Email is not safe for relaying personal data or payment information because messages aren't automatically encrypted. There are some tools that enable you to encrypt your emails, but this is more trouble than most consumers are willing to go to, and shouldn't be required to shop safely with a merchant.

Should I allow my browser or app to save my payment information for convenience?

It's never a good idea to allow your payment information to be saved. This could put your personal and payment data in jeopardy if there were ever a breach of the merchant's database. Even though it might be a minor inconvenience, it is safer to re-enter your payment information for each transaction.

Making wise merchant and payment choices

Can I judge a merchant by its website?

A fancy website doesn't make a business legitimate or trustworthy, yet a website that looks unprofessional (low-res images, typos, etc.) should immediately raise a red flag. Regardless of the quality of the website, if you're not familiar with a merchant's reputation, check its authenticity, customer satisfaction ratings and complaint history through an online search. Verify information and claims (for example, call the phone number listed). The absence of a legitimate (or any) address and a working phone number should be cause for concern. While scammers can create fake reviews as easily as they can a fake website, a large number of positive reviews on trusted, established review sites are a positive sign.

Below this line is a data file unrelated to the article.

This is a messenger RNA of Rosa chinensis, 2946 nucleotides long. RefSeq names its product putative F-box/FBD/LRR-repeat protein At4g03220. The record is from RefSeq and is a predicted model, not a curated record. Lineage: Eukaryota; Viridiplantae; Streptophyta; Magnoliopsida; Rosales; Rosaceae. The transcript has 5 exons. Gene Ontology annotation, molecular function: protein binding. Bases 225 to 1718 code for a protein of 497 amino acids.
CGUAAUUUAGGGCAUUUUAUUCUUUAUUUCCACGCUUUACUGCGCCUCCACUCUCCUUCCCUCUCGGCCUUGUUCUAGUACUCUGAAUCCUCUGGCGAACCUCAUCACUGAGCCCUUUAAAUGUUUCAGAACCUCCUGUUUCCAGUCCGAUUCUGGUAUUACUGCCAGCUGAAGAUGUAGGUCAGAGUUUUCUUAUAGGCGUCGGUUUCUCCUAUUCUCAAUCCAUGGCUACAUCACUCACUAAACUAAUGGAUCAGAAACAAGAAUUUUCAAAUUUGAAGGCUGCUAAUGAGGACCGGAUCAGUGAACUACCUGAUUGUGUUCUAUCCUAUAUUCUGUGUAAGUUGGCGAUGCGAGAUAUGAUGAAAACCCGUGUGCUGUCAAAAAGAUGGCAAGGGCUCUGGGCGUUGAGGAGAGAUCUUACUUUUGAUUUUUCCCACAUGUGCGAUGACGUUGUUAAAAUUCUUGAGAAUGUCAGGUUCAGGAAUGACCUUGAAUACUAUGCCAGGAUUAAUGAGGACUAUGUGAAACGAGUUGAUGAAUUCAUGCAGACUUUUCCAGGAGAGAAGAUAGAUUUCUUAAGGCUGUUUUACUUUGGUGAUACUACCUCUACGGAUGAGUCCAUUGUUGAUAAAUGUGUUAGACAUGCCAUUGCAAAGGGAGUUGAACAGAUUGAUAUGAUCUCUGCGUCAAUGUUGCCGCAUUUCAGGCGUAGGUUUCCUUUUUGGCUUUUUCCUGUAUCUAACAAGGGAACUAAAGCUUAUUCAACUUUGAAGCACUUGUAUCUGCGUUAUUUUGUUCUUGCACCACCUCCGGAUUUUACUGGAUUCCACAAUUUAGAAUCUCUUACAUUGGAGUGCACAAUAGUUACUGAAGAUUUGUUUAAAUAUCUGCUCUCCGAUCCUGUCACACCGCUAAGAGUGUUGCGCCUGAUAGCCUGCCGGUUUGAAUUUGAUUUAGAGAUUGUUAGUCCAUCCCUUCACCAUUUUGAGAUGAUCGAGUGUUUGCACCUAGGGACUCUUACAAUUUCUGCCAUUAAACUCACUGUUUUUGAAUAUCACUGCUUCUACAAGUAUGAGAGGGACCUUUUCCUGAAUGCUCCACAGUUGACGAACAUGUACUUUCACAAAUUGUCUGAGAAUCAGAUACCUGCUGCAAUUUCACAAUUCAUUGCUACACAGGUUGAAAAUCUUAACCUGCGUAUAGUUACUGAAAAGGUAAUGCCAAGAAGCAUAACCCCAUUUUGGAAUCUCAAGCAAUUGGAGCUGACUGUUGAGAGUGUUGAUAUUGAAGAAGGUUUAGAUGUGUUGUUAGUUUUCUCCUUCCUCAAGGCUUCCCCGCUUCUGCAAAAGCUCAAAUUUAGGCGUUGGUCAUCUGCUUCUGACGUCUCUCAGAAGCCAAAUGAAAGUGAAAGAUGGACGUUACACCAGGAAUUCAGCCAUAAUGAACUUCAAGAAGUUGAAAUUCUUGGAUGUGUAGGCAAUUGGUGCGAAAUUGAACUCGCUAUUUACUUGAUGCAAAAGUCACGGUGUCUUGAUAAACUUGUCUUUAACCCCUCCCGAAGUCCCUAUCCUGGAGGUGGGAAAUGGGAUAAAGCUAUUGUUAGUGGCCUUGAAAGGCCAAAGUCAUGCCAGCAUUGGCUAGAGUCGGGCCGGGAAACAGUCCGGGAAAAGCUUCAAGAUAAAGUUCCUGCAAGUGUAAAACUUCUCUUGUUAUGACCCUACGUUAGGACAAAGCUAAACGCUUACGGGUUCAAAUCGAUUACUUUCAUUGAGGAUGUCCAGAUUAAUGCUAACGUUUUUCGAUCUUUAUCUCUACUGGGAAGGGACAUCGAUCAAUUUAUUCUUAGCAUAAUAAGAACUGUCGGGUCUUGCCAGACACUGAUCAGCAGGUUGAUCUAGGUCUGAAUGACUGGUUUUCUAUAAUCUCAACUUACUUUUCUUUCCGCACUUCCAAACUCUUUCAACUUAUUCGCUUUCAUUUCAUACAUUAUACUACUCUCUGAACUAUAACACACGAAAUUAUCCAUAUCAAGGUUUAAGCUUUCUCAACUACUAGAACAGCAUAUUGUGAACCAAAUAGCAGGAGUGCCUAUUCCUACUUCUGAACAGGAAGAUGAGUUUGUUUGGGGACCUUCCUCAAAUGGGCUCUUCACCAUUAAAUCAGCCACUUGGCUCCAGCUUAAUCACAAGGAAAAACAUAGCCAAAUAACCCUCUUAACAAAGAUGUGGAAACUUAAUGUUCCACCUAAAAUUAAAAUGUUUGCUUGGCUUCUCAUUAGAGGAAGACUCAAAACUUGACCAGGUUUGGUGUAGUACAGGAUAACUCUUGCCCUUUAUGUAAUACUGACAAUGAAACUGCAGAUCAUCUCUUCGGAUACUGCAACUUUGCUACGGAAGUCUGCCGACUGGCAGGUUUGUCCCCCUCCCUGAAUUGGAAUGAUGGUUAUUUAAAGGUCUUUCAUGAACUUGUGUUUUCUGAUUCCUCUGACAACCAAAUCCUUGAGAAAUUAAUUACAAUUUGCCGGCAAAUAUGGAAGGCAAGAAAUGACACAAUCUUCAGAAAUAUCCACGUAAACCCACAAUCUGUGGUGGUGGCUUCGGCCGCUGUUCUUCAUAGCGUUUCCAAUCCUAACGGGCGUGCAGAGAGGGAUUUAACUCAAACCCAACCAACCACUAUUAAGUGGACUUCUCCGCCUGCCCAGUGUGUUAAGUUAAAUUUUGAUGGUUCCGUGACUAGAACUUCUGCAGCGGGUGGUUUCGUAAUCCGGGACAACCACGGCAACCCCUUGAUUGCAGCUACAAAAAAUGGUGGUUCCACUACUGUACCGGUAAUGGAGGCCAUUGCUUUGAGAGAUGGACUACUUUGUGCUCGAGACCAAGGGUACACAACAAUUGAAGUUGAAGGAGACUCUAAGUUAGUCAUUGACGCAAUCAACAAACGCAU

What kind of return/refund policy should I look for?

Many retailers allow returns if you change your mind or receive an unwanted gift, but they aren't legally required to do so, so some don't (i.e., all sales are final). Likewise, some retailers allow returns, but only within a short timeframe, and/or they might give only store credit—no refunds. Some pay for shipping on exchanged items but not on returned items, and some don't ever pay shipping. Unless a purchase is under warranty (express or implied), in most cases your ability to make an exchange or get a refund depends on the merchant's policies.